“Then you’re denying it?”
The shrillness of her voice grated on him. Miss Markham, like most women, in his opinion, required a muzzle. Women were easy on the eye, but many, once they opened their mouths, held little interest for him. A vision assailed him then; Miss Markham gagged and tied to his bed, limbs splayed, petals moist and throbbing with anticipation, awaiting his suckling lips and tongue. His cock hardened at the erotic image prompting him to reach down and adjust his trousers.
“Hands on the table or so help me I’ll shoot you where you sit,” she threatened.
Freezing at her warning, anger began to simmer inside him. “Ma’am, you have me mistaken for someone else.”
“I’m not mistaken, and I’m not a fool. You are my brother’s murderer, and you’ll hang for the deed. Have you no defense?”
“Damn it, woman, I don’t need a defense for something I didn’t do.”
Miss Markham narrowed her eyes, disgust written on her features.
“Of course you would deny it. I knew you would.”
She was irritating the hell out of him. “Oh? And just how did you know that?”
“Because any man who kills without provocation is scum. And my brother was innocent. A poor, young—” The woman broke off, clamped her lips together and turned away, as if suppressing a sob.
Suddenly appearing to remember her purpose, she took in a quick breath and once again aimed the derringer at Ethan—his head this time.
Mustering up more patience, Ethan offered her a false smile and nodded at a chair beside him. “Listen, we’re not going to get anywhere like this. Have a seat. I’d like to see this proof of yours. Join me in a glass of sherry. Then we can discuss this further, like two civilized adults.”
The woman didn’t budge and looked at him with no expression
“Now why would I want to socialize with the man who murdered my brother?”
Ethan stifled another curse. “I didn’t kill your brother.”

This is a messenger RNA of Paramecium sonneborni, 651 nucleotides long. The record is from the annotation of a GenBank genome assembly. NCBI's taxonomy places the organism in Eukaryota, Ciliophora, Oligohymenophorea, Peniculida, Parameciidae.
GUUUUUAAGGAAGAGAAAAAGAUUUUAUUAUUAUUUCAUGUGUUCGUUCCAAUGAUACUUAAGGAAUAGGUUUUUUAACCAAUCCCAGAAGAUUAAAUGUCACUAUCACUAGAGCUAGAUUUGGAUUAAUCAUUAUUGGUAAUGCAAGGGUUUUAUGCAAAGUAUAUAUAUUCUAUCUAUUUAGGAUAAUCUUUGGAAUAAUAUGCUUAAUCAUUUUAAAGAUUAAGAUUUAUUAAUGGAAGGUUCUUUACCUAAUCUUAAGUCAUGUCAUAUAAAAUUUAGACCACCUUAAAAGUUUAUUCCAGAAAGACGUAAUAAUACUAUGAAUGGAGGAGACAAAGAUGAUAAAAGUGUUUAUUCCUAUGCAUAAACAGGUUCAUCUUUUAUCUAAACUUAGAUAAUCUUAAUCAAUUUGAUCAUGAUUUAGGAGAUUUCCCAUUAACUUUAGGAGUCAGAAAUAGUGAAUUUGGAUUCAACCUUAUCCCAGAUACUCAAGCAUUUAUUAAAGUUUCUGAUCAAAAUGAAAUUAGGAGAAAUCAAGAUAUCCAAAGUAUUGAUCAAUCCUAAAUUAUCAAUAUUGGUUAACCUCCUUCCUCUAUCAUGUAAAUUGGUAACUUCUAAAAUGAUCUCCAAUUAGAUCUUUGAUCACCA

She gave him a nasty smile. “You’ve killed so many, I imagine it’s difficult to recall all of them.”
“You’re the one who claims to have all the information.” A muscle twitched in his cheek. “You’ve tried and hanged me without allowing me a word of defense.”
It was true that he had killed many men during his days as a federal marshal, but that was all in the past. Now Ethan was satisfied to own this saloon and, with less satisfaction, the Trent family lumber business, which he had inherited upon his father’s death, though he hadn’t wanted it. He had wanted little to do with the man who had declared Ethan dead to him long ago.
Melissa said nothing, just held the gun with confidence, arms stretched out in front of her, stance wide.
“Please. Join me,” he insisted.
“No, but I will walk with you to the jailhouse where I shall present my proof to the sheriff. A story from a respectable newspaper back East labels you as my brother’s cold-blooded murderer. Get up, Trent—slowly.”
Aw, shit. Ethan would eventually meet up with her and the sheriff about this mix-up, but not now—not yet. His sense of justice blared at him to teach this young woman a lesson she’d never forget. He snapped a quick glance to the right, counting on her to follow the movement. The woman didn’t disappoint him. Ethan leapt out of his chair and threw himself toward her, scrambling across the tabletop.
Damn it if the wench didn’t pull the trigger.